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And now we are interested in what we will do with the identified violations of security policy? You can conduct regular analysis according to the above scheme, or you can configure the NTA policy so that it immediately signals when similar violations are detected. This is done either through the corresponding general menu, or for each connection detected during the investigation.

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Here is what the interaction detection rule will look like, the source of which is the database server, and the destination is any external nodes, as well as any internal, excluding Web-servers.

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If such an event is detected, the network traffic analysis system immediately generates a correspondence alarm and, depending on the settings, sends it to SIEM, using the means of communication with the administrator, or can even automatically block the detected violation (Cisco Stealthwatch does this by interacting with Cisco ISE )

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Recall that when I mentioned a case with Equifax, I mentioned that attackers used an encrypted channel to dump data. For DLP, this traffic becomes an insoluble task, but for NTA-class solutions, they do not – they track any excess traffic or unauthorized interaction between nodes, regardless of the use of encryption.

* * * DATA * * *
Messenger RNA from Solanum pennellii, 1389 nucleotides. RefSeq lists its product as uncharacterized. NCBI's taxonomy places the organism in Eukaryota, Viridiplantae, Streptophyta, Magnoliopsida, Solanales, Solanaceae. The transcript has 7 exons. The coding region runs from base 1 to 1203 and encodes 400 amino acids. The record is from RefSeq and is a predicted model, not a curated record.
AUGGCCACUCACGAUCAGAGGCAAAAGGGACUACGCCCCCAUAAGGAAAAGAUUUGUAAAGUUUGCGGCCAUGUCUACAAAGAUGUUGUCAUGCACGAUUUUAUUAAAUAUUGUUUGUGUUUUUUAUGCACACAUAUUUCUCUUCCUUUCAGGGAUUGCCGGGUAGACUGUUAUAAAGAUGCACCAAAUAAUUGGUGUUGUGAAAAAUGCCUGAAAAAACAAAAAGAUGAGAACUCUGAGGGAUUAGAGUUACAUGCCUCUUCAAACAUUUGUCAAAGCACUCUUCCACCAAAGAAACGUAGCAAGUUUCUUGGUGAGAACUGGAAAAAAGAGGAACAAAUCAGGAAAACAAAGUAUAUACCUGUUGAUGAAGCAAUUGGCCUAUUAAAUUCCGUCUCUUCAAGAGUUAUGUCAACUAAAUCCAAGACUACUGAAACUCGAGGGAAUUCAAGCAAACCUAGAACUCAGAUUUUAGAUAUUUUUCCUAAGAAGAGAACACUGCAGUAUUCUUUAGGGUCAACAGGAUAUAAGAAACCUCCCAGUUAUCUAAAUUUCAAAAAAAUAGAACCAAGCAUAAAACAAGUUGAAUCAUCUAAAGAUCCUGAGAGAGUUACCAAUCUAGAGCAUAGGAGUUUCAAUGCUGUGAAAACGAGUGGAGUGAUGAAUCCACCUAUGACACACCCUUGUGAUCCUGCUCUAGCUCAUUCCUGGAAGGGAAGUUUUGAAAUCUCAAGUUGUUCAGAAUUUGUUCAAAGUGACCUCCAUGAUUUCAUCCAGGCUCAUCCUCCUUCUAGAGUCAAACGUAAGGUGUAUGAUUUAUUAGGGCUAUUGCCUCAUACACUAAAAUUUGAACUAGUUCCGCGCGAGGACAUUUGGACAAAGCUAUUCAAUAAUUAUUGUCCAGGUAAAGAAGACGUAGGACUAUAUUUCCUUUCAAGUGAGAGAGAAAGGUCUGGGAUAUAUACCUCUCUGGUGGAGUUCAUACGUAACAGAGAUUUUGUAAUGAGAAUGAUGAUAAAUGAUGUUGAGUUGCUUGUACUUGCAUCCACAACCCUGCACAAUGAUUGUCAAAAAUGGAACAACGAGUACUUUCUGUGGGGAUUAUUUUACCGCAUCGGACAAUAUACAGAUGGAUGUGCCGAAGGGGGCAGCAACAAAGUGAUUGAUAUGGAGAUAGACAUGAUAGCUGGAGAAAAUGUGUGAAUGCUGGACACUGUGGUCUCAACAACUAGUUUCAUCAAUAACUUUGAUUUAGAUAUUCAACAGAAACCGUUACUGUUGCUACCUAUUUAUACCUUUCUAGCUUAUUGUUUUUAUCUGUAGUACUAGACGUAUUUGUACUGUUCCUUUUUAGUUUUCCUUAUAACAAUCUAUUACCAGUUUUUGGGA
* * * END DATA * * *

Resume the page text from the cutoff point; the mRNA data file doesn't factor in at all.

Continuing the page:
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Only one case was shown above (in the following materials we will consider other examples of using NTA for information security purposes), but in fact, modern solutions of the Network Traffic Analysis class allow you to create very flexible rules and take into account not only the basic parameters of the IP packet header:

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but also to conduct a deeper analysis, up to associating the incident with the user name from Active Directory, searching for malicious files by hash (for example, obtained as a compromise indicator from the State Social Security Administration, FinCERT, Cisco Threat Grid, etc.), etc.